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Meerloo, J.A. (1966). The Biology of Laughter. Psychoanal. Rev., 53B(2):25-44.
    

(1966). Psychoanalytic Review, 53B(2):25-44

The Biology of Laughter

Joost A. M. Meerloo, M.D.

I. Introduction

Laughter may be characterized as a contagious, explosive release of tension affecting everyone exposed to it. When I smile at a stranger, even if he does not speak my language he usually responds with a smile. Though laughter in man has manifold meanings, and is changed and conditioned on the various social levels—a smile can be a mere social cliché—laughter has become a gesture which enables man to share his emotions. These simple facts must be rooted in man's primary gestural mood-conveyance, since this form of expression existed before verbal and semantic communication established a more intellectual human contact. However, from the outset we must also be cognizant of the great opposites of human feeling laughter can express. Rather than a pleasant sensation, it may connote disdain, self pity or irony; and even the astute observer will not always discern the precise quality of feeling implied.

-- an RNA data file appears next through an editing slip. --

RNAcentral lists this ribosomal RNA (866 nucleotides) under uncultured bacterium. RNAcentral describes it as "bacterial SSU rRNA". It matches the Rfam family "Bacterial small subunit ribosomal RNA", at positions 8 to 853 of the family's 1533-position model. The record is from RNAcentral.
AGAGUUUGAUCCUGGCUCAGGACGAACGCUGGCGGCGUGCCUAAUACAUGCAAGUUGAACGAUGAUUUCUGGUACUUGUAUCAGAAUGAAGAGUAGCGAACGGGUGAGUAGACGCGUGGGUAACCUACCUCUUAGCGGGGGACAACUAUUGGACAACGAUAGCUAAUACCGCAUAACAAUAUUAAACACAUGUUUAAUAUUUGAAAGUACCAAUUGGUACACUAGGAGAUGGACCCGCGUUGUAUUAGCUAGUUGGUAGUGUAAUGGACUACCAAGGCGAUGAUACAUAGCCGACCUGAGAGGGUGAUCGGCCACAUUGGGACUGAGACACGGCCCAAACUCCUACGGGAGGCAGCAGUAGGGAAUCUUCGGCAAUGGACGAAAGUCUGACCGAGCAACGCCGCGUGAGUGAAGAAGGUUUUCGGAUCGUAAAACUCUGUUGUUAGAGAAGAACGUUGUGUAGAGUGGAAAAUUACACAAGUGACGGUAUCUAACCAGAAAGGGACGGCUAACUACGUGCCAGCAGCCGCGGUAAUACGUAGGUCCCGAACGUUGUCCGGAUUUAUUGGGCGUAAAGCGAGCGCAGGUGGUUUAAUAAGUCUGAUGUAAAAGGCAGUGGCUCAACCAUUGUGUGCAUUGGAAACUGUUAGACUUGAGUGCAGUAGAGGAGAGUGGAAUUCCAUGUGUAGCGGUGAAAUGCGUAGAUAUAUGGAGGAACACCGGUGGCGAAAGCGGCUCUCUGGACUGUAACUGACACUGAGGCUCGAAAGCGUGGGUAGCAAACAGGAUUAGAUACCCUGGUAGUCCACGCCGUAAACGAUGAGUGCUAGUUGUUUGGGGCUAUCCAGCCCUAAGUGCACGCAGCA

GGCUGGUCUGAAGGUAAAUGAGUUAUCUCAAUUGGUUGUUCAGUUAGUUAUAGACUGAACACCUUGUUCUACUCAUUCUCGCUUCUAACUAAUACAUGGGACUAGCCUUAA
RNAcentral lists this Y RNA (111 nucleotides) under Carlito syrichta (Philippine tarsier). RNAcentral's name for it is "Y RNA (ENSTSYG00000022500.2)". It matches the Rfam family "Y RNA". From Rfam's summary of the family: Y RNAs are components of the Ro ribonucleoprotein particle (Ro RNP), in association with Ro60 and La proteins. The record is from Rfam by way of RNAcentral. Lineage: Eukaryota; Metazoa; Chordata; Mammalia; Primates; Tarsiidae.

Laughter, chuckling and other risible phenomena are very contagious indeed and according to the rules of mental infection16 must belong to the archaic biological means of human adaptation and communication. Consonant with one of these rules, the more a human expression makes use of an archaic biological means of expression the more contagious is that expression.

Yet a smile as a form of communication coincides with the precept of ambivalence which is inherent in all human communication: A smile can be both a direct emotional expression or serve as a camouflage.

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